In an effort to nurture the next generation of insurance talent, the Verisk Emerging Issues team has been collaborating with students and faculty in risk management and insurance programs at several universities. As part of that initiative, students enrolled at Old Dominion University developed research papers for Verisk Emerging Issues that allow us to highlight the work of rising insurance industry talent.
Students enrolled at Old Dominion University developed research papers for Verisk Emerging Issues that focused on five key emerging risks.
Here are five emerging risks that captured these students' attention.
1. The dark side of blue light
Many of us spend hours a day with our faces glued (willingly or not) to a screen. As a result, our eyes are awash in blue light. While blue light can be beneficial to human health, it has a dark side. For one, it can play havoc with our body's circadian rhythm, the "biological clock" which regulates our sleep cycles.1 Prolonged exposure to blue light, particularly before bed, essentially tricks the body into thinking it should be awake. The result is impaired sleep, which has been linked to several negative health outcomes, including depression, diabetes, and cardiovascular diseases.2
Blue light can also cause physiological damage through eye strain and age-related macular degeneration.3 To mitigate the dangers of excessive blue light exposure, ODU students noted that blue-light-blocking glasses have proven successful in research trials.4 A lower-cost tactic is to apply the "20-20-20 rule" by looking away from a screen to something else 20 feet away for 20 seconds every 20 minutes (just not before you finish this article).5
2. Blockchain's voracious energy appetite
Blockchain networks and the cryptocurrencies that run on them consume immense amounts of energy. In fact, the blockchain network that hosts the cryptocurrency Bitcoin consumes more energy than entire countries,6 making this network a meaningful contributor of the greenhouse gases currently cooking the planet. ODU student researchers examined the scope of this energy consumption and highlighted some possible solutions to mitigate blockchain's ballooning carbon footprint.
3. Liability considerations for vaccine mandates
The "hot vax summer" we were promised never quite materialized, but the "mandatory vax autumn" is in full swing. With the federal government requiring COVID-19 vaccinations for its employees, and many states doing the same, the issue of whether businesses can enforce a vaccination mandate on employees and customers has rocketed to the fore.7,8 Students analyzed the issue through the prism of the U.S. Civil Rights Act and explored the risks that digital "vaccine passports" could pose to individuals' personal health records and cybersecurity.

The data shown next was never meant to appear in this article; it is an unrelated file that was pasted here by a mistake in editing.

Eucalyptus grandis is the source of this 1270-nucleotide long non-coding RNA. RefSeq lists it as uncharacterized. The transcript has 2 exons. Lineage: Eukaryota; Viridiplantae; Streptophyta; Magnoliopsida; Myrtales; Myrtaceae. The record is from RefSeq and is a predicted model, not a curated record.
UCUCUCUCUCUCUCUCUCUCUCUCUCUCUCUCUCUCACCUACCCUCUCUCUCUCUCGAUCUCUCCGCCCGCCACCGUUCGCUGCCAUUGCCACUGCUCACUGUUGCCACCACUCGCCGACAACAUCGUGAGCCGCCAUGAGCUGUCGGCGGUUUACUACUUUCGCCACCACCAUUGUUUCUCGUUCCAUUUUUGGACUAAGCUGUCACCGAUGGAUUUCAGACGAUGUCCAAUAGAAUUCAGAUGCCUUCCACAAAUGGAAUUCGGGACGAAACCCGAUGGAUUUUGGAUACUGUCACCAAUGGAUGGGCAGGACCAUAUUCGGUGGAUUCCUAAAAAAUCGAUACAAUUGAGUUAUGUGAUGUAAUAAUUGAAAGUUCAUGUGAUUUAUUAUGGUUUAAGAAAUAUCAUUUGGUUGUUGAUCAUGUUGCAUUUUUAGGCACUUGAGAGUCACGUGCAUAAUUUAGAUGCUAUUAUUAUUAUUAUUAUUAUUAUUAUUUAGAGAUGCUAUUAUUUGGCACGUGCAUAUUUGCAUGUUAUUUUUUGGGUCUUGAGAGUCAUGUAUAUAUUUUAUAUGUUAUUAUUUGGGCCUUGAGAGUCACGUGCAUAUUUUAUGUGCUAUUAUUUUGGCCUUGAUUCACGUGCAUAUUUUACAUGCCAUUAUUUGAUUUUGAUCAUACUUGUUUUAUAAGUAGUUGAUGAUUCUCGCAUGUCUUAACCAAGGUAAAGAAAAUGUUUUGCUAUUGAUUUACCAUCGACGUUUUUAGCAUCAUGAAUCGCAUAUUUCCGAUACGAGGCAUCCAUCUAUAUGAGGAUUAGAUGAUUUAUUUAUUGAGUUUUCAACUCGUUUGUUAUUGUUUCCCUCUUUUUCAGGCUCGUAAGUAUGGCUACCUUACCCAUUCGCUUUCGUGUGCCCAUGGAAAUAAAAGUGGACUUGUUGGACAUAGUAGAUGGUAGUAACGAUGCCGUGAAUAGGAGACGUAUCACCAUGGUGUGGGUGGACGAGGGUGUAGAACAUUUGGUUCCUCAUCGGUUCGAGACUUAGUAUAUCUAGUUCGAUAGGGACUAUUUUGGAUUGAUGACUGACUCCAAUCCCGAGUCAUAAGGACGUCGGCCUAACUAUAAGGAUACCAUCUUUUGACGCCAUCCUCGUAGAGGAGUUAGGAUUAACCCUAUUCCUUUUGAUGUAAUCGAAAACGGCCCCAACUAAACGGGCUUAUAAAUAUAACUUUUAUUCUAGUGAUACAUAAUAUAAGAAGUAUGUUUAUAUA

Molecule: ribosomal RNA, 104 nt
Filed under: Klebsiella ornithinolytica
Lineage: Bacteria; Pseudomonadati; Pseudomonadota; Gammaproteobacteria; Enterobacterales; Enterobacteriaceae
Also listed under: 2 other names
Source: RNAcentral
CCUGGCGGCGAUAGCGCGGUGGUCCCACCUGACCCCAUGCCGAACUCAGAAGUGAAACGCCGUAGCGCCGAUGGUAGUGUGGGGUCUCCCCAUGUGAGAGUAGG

4. Pandemic payments and unemployment insurance fraud
The battle against COVID-19 is as much an economic struggle as it is an epidemiological one. The United States has spent trillions in relief for businesses, individuals, and state governments in an effort to stabilize the economy. While aid through programs like the Pandemic Unemployment Assistance (PUA) rescued many from hardship, they've been a ripe target for fraudsters. ODU students examined the toll of unemployment insurance fraud—which surged an eye-popping 6,140 percent between March and December 2020—and how attempts to meet the needs of an evolving labor force of freelance employees may have contributed to a surge of fraud.9
5. 5G and the environment
By 2023, nearly 30 percent of North America may be covered by 5G wireless technology.10 The health and environmental consequences of the 5G buildout aren't fully clear, but what we do know presents something of a mixed bag.
ODU's student researchers noted how the electromagnetic radiation emitted by 5G towers may disorient and harm animals that rely on magnetic fields, such as birds, bats, and insects.11 Injury to these animals can cascade into the human population. To take one topical example, fewer bees mean fewer agricultural pollinators. Animals under duress can also be a vector for introducing new diseases into the human population.12
On the plus side, 5G appears to consume less energy than the 4G infrastructure it's poised to replace.13 What's more, because 5G offers improved performance over 4G, Internet of Things (IoT) devices that can regulate energy consumption and improve efficiency may proliferate, further driving down greenhouse gas emissions.
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